I cannot believe that I haven't posted anything since July this year. Not that I have decided to neglect this blog, hell no, just that I'm too lazy and that laziness outweighs every opinion I have to share online.
Now, onto the reason I'm back to posting – a new book I read recently.
And it's in the category of books I've read in 5 hours – other books in this category include Purple Hibiscus by Chimamanda Ngozi Adichie, Hitched by Nandini Krishnan, Lean In by Sheryl Sandberg and the topic of this blog post – Soldier and Spice, an army wife's life by Aditi Mathur Kumar.
Now, all of you know that I'm married to an army officer, so this book is of particular interest to me.
Let's begin, shall we?
The Army Wife's Learning Curve – A review of Soldier and Spice
The thing about the Indian Army is that it is never in the news for the right reasons – there's either a land scam, or an ex-chief who is making cryptic comments about government dealings, or the media pondering over the sustainability of one of the largest standing armies in the world. The other times the army is in the news, then we're either fighting a war or we're trying to stop incursions. There's a lot of mystery around the army and the only people who have a clue are officers and their families and frankly they are the last people who will talk about what goes on in the corridors of the many offices and conference rooms of regiments, brigades, corps commands, and HQ.
But that's a serious discussion, we're talking about army wives here, and army wives are a group who are known as the hep aunties in various small and big cities in the country or as the women who are the mothers of the most popular Miss India's since 1994. But what happens when a girl who is from a non-army background marries into this set-up of protocol and never set a wrong foot ever?
Back when our mothers were getting married, minding your Ps and Qs was an inherent part of your education – both in school and at home – knowing how to cook was a given, and wearing a sari was the only clothing decision to make when one had to go to a party of any description.
Cut to the era of cable television and jeans and grunge and goth and rock music and you have a whole generation of women who didn't go to convents, studied all kinds of subjects and worked and are working across industries. What happens when these independent women are thrust into a life where moving is the norm, whipping up snacks at any given time is a given, and your career can take a long vacation because there's no scope for journalism to flourish in a little town in Arunachal Pradesh unless you're working for National Geographic?
What happens is what is chronicled in Soldier and Spice.
Set aside a few hours of your weekend, grab a cuppa and let Pia Arjun Mehra take you into her world where you meet lots women who speak well, who dress well and who know what needs to be done and said at the right place and time, listen intently as they steer Pia towards being a better army spouse. And if you have the time, try out Pia's cheesy fries with red dip. She's not a gourmand, but that recipe is definitely worth your while. But Pia's is not an easy journey. She was in TV before this and the last thing she got called in TV was “aunty” and “memsaab”.
Her first encounter with anything army is the way her husband tells time (1700 hrs is 5pm, and so on) and then there are the giant men who walk in and offer to do her household chores, and frankly when you're an independent woman who is used to lugging around her own baggage this takes some getting used to! And then there is every young, cool woman's worst nightmare – being called “aunty” by some random child. That encounter is worth reading.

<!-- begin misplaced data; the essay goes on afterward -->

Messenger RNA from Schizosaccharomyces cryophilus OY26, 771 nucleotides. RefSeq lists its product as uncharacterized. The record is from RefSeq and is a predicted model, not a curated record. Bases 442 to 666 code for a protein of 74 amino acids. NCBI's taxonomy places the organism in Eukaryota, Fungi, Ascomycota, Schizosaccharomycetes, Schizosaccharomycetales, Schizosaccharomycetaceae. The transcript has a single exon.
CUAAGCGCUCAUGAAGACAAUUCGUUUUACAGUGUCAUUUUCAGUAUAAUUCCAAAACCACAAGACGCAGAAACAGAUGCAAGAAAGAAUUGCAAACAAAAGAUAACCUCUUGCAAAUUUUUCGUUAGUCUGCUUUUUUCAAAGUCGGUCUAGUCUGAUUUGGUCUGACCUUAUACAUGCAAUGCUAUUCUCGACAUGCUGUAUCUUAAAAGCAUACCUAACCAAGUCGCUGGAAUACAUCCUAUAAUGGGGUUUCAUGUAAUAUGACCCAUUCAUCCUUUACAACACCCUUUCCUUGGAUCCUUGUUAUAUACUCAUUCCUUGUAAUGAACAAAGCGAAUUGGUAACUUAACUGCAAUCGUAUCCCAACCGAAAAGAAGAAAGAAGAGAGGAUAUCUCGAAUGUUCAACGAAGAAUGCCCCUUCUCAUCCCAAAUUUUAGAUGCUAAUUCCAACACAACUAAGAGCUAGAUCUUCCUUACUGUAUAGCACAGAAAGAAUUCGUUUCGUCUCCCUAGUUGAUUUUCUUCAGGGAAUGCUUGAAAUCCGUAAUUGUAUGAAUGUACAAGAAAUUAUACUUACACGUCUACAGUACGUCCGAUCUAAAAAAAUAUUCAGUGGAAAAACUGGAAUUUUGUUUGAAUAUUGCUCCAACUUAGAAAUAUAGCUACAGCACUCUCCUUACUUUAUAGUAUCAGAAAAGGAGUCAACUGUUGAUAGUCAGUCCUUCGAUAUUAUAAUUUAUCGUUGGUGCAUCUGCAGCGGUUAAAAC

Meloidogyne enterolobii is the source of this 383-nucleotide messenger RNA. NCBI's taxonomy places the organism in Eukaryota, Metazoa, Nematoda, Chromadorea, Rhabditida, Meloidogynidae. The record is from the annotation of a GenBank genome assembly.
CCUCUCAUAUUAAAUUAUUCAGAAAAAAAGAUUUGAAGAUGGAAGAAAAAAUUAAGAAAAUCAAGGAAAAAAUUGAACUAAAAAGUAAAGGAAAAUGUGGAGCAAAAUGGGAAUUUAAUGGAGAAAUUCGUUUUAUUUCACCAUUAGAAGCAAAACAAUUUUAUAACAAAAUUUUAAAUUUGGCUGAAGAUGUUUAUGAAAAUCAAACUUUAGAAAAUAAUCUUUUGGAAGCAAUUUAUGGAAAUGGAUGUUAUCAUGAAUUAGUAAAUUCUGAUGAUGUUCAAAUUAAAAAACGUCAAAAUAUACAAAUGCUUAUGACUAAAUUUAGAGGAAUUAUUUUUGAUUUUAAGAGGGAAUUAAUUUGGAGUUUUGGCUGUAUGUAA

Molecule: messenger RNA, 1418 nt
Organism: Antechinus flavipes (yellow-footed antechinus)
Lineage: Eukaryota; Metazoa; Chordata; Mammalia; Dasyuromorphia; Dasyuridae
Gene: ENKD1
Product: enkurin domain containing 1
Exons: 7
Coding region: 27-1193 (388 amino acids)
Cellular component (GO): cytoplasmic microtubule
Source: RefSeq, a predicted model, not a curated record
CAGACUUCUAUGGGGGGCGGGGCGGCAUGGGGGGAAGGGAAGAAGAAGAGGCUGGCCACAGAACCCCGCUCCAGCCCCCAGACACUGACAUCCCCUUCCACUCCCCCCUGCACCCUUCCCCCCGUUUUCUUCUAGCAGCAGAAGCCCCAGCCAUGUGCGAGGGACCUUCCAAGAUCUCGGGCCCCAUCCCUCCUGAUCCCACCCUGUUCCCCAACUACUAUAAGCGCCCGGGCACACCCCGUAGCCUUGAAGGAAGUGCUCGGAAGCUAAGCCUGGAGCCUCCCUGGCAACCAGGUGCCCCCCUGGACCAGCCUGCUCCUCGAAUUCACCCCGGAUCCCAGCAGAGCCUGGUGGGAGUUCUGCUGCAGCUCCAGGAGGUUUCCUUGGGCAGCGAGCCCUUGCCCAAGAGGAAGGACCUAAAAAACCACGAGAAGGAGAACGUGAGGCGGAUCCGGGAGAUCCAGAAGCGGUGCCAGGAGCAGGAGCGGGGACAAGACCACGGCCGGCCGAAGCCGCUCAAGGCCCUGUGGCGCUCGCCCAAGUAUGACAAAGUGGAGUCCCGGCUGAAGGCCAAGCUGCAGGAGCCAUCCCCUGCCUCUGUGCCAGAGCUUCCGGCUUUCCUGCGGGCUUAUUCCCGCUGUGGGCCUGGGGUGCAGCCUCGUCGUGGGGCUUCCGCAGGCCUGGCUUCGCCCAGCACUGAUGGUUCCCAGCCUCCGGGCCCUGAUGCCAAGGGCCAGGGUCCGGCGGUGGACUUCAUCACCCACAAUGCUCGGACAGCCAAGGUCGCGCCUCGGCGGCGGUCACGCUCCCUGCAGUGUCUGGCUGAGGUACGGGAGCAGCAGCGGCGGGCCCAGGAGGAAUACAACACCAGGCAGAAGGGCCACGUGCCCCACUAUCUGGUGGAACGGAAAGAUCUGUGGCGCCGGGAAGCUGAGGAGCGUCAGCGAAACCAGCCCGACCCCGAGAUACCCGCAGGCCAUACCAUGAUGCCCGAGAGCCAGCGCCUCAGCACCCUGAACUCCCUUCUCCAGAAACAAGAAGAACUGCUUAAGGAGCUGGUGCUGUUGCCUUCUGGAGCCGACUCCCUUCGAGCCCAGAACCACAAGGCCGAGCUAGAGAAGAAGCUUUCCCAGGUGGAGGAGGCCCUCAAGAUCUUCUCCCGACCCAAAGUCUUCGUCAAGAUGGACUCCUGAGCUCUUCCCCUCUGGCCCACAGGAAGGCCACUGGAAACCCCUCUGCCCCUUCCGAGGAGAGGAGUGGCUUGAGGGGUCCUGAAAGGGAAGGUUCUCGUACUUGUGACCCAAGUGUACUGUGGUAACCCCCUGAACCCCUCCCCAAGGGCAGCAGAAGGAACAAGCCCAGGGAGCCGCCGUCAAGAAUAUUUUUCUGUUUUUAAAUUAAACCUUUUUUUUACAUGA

Pia doesn't mince words and every thought is articulated in a way that is completely Urban Dictionary and not at all some preachy manual on how to live your life. As an army wife, let me tell you, the first thing you'll learn is that life simply does not go to plan. Pia's strength as a character is that she's brutally honest and she does her best to cope with a whole new world. Everything she thought she knew is suddenly not what it was. She has to stop being a TV girl and be a wife, an army wife no less. Ladies meets, however boring, have to seem important. “Bloody” is no longer easily accessible. There's other women who are scrutinising every look and word and every fold in your sari, and if you're the kind that gets easily overwhelmed, then chances are you'll end up like Mrs.James.
This is a light and breezy book to read. And there's a lot here that fiancees of army men need to know, newly married wives of army officers need to know and once you've assimilated all the lists Pia has helpfully made for you, you can happily read on to know what happens next... because a LOT happens next!
If there was one small detail I would add to the book, it'd be more Arjun. Let's face it, us army wives have a lot to cope with, and you'll read all about it in the book, but the one thing that we don't talk about is our husbands. They wear a uniform to work every day and stand tall and proud and most importantly chivalry is an intrinsic part of who they are, not some idea they came by on BroTips! It's great being in this organisation and the life is not for everyone. Let's face it, not everyone can adjust to a life where being politically correct is an every second of every day thing and not a once in a social occasion thing.
But Pia sails through like a champ and with her pink lipstick intact, and that's the best part – there's chemistry, there's make-up, great clothes, great ideas, and a fun ride into the army world! There's also some great people, some not so great people, and nose hair! Read the book, enjoy it and laugh a little, Pia's adventures are just the dose of sunshine you need this rainy season!